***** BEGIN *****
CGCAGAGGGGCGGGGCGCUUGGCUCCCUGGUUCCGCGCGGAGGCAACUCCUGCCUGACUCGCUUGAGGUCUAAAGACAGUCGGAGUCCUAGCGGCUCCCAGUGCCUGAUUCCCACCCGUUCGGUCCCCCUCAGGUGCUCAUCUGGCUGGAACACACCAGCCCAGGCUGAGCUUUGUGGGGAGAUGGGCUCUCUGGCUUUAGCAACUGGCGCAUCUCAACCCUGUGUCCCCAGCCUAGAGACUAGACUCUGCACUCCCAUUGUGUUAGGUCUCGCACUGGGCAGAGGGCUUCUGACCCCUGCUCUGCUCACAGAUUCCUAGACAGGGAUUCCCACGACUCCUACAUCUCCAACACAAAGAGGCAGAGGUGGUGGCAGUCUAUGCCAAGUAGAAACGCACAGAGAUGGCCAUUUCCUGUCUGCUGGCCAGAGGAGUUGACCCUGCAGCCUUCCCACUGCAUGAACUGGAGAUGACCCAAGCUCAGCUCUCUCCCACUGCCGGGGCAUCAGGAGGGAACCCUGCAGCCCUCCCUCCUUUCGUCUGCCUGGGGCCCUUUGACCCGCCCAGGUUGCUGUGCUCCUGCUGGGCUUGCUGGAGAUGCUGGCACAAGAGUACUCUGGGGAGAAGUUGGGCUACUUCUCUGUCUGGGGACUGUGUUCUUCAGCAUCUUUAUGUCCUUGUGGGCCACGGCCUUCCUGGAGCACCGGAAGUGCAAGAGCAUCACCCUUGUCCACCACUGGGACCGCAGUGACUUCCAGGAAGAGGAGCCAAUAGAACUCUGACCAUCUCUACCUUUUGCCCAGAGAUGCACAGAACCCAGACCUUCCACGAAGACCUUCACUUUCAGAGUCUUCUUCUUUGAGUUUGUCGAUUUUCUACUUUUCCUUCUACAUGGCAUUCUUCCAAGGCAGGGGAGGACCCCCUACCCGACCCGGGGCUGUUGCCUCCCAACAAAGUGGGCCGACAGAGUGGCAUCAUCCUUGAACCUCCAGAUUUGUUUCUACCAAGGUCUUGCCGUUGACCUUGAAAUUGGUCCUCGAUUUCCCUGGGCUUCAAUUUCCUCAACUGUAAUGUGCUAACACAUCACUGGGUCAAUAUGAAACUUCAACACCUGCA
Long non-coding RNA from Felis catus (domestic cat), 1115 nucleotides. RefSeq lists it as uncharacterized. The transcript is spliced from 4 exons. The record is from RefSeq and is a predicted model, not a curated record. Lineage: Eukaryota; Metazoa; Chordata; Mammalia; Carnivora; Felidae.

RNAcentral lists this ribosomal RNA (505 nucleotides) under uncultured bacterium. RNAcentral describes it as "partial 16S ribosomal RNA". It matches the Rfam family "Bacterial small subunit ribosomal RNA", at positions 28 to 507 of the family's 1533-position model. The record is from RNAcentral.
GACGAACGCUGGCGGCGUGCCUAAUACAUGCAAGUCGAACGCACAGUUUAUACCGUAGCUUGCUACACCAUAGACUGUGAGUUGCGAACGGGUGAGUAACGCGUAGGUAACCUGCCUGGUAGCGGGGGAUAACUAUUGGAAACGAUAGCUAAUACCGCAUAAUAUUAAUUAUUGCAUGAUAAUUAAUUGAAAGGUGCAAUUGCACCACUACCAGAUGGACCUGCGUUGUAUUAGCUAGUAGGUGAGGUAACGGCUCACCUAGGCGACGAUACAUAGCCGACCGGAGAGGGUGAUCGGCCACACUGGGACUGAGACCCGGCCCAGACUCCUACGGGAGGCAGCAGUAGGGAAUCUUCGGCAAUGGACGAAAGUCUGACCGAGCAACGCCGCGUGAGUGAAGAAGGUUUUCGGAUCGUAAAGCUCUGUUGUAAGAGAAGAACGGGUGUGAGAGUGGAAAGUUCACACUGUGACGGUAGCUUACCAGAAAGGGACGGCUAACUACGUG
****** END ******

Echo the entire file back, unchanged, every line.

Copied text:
CGCAGAGGGGCGGGGCGCUUGGCUCCCUGGUUCCGCGCGGAGGCAACUCCUGCCUGACUCGCUUGAGGUCUAAAGACAGUCGGAGUCCUAGCGGCUCCCAGUGCCUGAUUCCCACCCGUUCGGUCCCCCUCAGGUGCUCAUCUGGCUGGAACACACCAGCCCAGGCUGAGCUUUGUGGGGAGAUGGGCUCUCUGGCUUUAGCAACUGGCGCAUCUCAACCCUGUGUCCCCAGCCUAGAGACUAGACUCUGCACUCCCAUUGUGUUAGGUCUCGCACUGGGCAGAGGGCUUCUGACCCCUGCUCUGCUCACAGAUUCCUAGACAGGGAUUCCCACGACUCCUACAUCUCCAACACAAAGAGGCAGAGGUGGUGGCAGUCUAUGCCAAGUAGAAACGCACAGAGAUGGCCAUUUCCUGUCUGCUGGCCAGAGGAGUUGACCCUGCAGCCUUCCCACUGCAUGAACUGGAGAUGACCCAAGCUCAGCUCUCUCCCACUGCCGGGGCAUCAGGAGGGAACCCUGCAGCCCUCCCUCCUUUCGUCUGCCUGGGGCCCUUUGACCCGCCCAGGUUGCUGUGCUCCUGCUGGGCUUGCUGGAGAUGCUGGCACAAGAGUACUCUGGGGAGAAGUUGGGCUACUUCUCUGUCUGGGGACUGUGUUCUUCAGCAUCUUUAUGUCCUUGUGGGCCACGGCCUUCCUGGAGCACCGGAAGUGCAAGAGCAUCACCCUUGUCCACCACUGGGACCGCAGUGACUUCCAGGAAGAGGAGCCAAUAGAACUCUGACCAUCUCUACCUUUUGCCCAGAGAUGCACAGAACCCAGACCUUCCACGAAGACCUUCACUUUCAGAGUCUUCUUCUUUGAGUUUGUCGAUUUUCUACUUUUCCUUCUACAUGGCAUUCUUCCAAGGCAGGGGAGGACCCCCUACCCGACCCGGGGCUGUUGCCUCCCAACAAAGUGGGCCGACAGAGUGGCAUCAUCCUUGAACCUCCAGAUUUGUUUCUACCAAGGUCUUGCCGUUGACCUUGAAAUUGGUCCUCGAUUUCCCUGGGCUUCAAUUUCCUCAACUGUAAUGUGCUAACACAUCACUGGGUCAAUAUGAAACUUCAACACCUGCA
Long non-coding RNA from Felis catus (domestic cat), 1115 nucleotides. RefSeq lists it as uncharacterized. The transcript is spliced from 4 exons. The record is from RefSeq and is a predicted model, not a curated record. Lineage: Eukaryota; Metazoa; Chordata; Mammalia; Carnivora; Felidae.

RNAcentral lists this ribosomal RNA (505 nucleotides) under uncultured bacterium. RNAcentral describes it as "partial 16S ribosomal RNA". It matches the Rfam family "Bacterial small subunit ribosomal RNA", at positions 28 to 507 of the family's 1533-position model. The record is from RNAcentral.
GACGAACGCUGGCGGCGUGCCUAAUACAUGCAAGUCGAACGCACAGUUUAUACCGUAGCUUGCUACACCAUAGACUGUGAGUUGCGAACGGGUGAGUAACGCGUAGGUAACCUGCCUGGUAGCGGGGGAUAACUAUUGGAAACGAUAGCUAAUACCGCAUAAUAUUAAUUAUUGCAUGAUAAUUAAUUGAAAGGUGCAAUUGCACCACUACCAGAUGGACCUGCGUUGUAUUAGCUAGUAGGUGAGGUAACGGCUCACCUAGGCGACGAUACAUAGCCGACCGGAGAGGGUGAUCGGCCACACUGGGACUGAGACCCGGCCCAGACUCCUACGGGAGGCAGCAGUAGGGAAUCUUCGGCAAUGGACGAAAGUCUGACCGAGCAACGCCGCGUGAGUGAAGAAGGUUUUCGGAUCGUAAAGCUCUGUUGUAAGAGAAGAACGGGUGUGAGAGUGGAAAGUUCACACUGUGACGGUAGCUUACCAGAAAGGGACGGCUAACUACGUG